You can attach certain attributes to your value specifications to change their behavior.
Currently, the only recognized attributes are
You can use them to bind a Python method names and argument names to something else on the OCaml side.
For example, rather than having a
Cat.__init__ method to call from the OCaml side (i.e., to make a new Python
Cat object), you can bind the Python
__init__ function to something more idiomatic like
create or whatever you want.
val create : t -> ... [@@py_fun_name __init__]
Another common use for this is to bind the Python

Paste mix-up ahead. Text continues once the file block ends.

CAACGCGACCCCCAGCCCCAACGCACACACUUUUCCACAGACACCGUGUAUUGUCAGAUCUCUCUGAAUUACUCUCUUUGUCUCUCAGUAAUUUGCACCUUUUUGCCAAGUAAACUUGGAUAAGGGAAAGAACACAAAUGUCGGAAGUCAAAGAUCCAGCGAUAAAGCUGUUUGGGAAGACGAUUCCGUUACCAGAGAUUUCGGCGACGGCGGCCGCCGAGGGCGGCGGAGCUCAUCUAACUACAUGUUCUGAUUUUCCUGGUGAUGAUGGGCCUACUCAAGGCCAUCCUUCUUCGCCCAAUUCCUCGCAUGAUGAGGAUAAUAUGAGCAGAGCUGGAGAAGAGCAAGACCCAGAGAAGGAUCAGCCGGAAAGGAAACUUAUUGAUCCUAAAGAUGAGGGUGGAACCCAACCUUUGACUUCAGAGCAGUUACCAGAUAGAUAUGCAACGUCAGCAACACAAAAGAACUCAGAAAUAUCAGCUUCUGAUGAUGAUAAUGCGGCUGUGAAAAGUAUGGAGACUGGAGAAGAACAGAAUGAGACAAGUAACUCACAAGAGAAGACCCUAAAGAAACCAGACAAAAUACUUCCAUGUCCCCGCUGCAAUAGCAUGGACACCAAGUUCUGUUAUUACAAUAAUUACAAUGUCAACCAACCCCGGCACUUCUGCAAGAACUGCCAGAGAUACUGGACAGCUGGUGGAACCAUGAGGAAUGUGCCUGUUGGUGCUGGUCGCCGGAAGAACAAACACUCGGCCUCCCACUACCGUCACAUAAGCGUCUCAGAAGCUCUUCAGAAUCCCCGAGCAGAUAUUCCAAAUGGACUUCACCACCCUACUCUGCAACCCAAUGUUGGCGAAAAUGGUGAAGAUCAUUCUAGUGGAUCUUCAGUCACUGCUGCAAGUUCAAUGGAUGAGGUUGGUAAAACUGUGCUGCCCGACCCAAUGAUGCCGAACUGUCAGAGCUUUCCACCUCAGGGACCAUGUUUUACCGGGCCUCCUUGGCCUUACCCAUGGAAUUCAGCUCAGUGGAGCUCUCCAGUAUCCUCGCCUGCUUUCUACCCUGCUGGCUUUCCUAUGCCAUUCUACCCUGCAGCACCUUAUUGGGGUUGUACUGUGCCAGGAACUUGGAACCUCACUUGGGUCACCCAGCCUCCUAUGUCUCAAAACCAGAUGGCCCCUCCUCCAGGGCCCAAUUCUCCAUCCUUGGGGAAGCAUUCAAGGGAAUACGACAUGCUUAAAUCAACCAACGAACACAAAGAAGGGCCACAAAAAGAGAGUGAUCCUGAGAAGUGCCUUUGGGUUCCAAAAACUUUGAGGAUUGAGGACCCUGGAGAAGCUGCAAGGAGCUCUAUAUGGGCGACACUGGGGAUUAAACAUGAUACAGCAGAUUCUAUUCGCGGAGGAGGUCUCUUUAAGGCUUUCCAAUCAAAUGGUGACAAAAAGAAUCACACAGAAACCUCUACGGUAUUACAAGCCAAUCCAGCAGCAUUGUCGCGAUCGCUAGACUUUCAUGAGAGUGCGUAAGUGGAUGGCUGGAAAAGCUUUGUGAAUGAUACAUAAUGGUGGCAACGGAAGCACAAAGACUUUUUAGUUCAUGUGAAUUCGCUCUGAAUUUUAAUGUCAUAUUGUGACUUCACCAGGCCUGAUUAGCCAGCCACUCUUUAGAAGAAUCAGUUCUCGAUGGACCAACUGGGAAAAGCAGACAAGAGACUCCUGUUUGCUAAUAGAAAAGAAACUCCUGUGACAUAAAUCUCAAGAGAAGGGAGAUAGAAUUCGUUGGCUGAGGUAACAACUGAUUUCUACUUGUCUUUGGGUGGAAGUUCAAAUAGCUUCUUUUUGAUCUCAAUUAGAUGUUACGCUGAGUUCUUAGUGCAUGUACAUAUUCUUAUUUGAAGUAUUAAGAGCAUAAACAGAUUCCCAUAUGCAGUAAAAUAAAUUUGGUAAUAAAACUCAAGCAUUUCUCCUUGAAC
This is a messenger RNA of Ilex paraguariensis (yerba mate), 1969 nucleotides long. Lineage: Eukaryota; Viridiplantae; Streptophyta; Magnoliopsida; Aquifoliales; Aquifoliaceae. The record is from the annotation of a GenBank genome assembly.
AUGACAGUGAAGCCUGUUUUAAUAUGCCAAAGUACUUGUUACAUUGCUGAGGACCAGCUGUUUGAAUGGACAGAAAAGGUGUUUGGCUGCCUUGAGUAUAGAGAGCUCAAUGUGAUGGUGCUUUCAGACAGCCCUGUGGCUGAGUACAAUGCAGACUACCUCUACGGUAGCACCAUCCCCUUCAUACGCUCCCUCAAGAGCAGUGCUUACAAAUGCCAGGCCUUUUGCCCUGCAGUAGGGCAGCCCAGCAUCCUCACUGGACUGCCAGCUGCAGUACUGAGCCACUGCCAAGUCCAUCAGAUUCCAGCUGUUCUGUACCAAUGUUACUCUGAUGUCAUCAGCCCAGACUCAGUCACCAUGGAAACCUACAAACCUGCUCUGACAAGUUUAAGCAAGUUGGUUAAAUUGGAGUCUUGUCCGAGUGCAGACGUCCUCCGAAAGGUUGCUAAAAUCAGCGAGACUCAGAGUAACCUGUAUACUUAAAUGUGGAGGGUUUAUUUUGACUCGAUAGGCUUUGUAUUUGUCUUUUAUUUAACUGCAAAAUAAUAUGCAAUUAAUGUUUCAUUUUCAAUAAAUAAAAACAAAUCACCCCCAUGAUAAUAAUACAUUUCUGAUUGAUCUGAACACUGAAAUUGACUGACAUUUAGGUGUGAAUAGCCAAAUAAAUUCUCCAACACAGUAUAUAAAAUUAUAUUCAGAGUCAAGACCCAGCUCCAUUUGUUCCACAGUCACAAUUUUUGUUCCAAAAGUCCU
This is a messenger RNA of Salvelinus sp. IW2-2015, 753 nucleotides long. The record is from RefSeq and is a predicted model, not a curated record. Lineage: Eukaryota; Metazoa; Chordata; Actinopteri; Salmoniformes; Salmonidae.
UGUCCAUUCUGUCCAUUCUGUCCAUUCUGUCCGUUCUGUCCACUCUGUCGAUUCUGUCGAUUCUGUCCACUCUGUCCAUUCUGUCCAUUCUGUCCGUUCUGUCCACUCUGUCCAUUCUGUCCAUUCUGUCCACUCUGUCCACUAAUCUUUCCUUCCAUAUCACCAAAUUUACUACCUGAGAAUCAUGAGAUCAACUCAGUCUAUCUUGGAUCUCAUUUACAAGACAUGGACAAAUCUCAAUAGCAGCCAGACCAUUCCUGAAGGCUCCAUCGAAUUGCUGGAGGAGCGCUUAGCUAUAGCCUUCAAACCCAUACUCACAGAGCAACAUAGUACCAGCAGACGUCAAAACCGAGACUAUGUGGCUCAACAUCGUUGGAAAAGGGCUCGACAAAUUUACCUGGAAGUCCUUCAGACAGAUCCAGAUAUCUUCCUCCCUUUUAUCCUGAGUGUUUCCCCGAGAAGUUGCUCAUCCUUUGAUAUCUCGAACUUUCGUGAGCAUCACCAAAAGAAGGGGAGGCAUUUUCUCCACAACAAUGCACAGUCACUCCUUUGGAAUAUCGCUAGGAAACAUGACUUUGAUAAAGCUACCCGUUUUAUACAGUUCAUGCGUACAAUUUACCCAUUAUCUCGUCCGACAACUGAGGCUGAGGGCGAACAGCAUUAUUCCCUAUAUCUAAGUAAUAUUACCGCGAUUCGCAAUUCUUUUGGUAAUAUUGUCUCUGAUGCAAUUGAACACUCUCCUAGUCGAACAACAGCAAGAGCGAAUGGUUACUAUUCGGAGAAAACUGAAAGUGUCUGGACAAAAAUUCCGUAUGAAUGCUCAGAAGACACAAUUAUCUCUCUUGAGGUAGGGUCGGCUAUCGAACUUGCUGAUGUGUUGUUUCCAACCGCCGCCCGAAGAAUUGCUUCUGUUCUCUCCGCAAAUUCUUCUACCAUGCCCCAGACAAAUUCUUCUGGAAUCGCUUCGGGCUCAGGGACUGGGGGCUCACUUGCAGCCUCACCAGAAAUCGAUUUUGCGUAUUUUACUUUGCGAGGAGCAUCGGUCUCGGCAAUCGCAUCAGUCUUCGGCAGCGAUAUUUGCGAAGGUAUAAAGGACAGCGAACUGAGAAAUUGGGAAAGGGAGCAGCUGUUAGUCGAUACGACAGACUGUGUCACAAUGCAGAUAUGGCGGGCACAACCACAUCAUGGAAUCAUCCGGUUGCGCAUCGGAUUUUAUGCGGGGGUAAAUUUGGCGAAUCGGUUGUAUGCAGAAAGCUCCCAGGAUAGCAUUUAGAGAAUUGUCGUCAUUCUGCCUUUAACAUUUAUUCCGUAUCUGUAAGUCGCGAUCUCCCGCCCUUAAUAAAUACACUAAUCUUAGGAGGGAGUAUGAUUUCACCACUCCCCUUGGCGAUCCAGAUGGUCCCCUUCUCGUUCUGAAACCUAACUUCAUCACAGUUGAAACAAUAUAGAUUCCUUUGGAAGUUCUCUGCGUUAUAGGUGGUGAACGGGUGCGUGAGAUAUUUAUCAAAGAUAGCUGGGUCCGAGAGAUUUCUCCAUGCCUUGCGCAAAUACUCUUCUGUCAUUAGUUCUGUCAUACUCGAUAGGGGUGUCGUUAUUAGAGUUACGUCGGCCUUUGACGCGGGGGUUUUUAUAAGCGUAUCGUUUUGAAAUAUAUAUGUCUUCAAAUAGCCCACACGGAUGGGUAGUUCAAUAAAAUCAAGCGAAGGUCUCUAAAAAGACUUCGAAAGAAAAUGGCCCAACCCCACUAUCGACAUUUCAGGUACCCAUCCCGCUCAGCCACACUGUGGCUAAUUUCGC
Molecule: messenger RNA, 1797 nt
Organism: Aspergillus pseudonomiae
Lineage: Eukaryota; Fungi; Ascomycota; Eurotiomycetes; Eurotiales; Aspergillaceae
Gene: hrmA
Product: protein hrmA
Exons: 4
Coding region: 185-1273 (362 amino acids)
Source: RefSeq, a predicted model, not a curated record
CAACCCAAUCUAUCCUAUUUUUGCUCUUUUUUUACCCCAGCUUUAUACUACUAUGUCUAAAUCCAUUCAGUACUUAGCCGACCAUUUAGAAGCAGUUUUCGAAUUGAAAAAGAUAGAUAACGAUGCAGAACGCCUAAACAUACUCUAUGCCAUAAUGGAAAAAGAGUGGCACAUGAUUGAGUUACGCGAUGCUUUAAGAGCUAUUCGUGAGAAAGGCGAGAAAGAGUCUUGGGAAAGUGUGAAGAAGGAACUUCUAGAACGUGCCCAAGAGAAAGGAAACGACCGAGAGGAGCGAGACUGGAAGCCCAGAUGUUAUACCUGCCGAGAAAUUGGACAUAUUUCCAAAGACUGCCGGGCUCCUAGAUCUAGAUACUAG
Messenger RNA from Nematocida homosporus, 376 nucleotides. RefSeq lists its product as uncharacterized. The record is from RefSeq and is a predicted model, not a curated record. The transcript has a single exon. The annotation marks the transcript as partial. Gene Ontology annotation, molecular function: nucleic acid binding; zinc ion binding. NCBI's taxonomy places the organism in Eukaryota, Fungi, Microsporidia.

__str__ method for a class to
to_string on the OCaml side.
You can do this with any function. One reason is that you may want to have some type safety with a polymorphic Python function. While you could pass in Py.Object.t directly, you could also use attributes to bind multiple OCaml functions to the same Python method. E.g.,
val eat : t -> num_mice:int -> unit -> unit val eat_part : t -> num_mice:float -> unit -> unit [@@py_fun_name eat]
In this case, we have one
eat function for
int and one for
For a full working example see the attributes example on GitHub.
The linked example also shows how to use
- If you specify the
py_fun_namemore than once, it will do something wonky. Eventually, the program will treat this as an error, but for now, it is on you to avoid doing it.
- Attributes have to start a line. I.e., if you have more than one attribute, you can't put them on the same line. They must go on separate lines.